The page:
Allergic reactions to indoor mold occur in many sensitive people. However, there is no conclusive evidence that mold in a building directly causes illness. More research is needed. Mold research continues. Exposure to mold and human health is a complex and fledgling science.
Symptoms of Mold Exposure
There are many symptoms of mold exposure. Current evidence suggests that allergy is the type of illness most commonly associated with mold. An allergic reaction is the most common symptom, which may include wheezing and difficulty breathing.
Inhalation of fungal spores, fragments (parts), or metabolites (mycotoxins and volatile organic compounds) from a variety of fungi can trigger or exacerbate immunological (allergic) reactions, cause toxic effects, or cause infections.
Repeated or single exposure to molds, mold spores, or mold fragments may cause nonsensitive individuals to be sensitive to mold, and repeated exposure may increase sensitivity. Allergic reactions include "hay fever"-like symptoms such as headache, sneezing, runny nose, red eyes, and skin rash (dermatitis). Mold can trigger asthma attacks in asthmatics who are allergic to mold. Indoor fungi can cause or exacerbate allergy symptoms, especially in people who have a history of allergic conditions (such as asthma and rhinitis).3 In addition, molds can irritate the eyes, skin, nose, throat, and lungs of people whether or not they are allergic to mold. Other symptoms include stuffy noses and sinuses; burning, watery, and red eyes; sore throat; dry cough; and general skin irritation.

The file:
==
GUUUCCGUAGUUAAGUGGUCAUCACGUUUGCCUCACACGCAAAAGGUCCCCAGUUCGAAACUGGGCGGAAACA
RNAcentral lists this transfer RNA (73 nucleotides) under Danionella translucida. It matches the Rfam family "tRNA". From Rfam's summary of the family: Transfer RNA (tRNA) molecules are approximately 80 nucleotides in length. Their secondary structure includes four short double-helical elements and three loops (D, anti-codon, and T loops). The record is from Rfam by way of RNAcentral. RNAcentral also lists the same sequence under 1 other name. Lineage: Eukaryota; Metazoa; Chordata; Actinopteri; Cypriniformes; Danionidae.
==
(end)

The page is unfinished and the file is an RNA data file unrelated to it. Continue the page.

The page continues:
These and other symptoms may be associated with exposure to mold. However, all of these symptoms can also be caused by other exposures or illnesses unrelated to mold growth. Therefore, when any of these symptoms occur, it is important not to assume that mold is the cause. The effects of mold exposure can be acute or chronic. An acute effect is an immediate, severe reaction to a large exposure. A chronic effect may take days, months or years to show up and is usually due to small, repeated exposures.
If a person experiences these symptoms only when they are in a particular building, they may be experiencing symptoms of mold exposure.
There are four major allergenic molds found indoors. They are Penicillium, Aspergillus, Cladosporium and Alternaria. Alternaria and Cladosporium are molds that are found outdoors, but can also be found indoors if the doors or windows of a building are open and the spores are carried by air currents.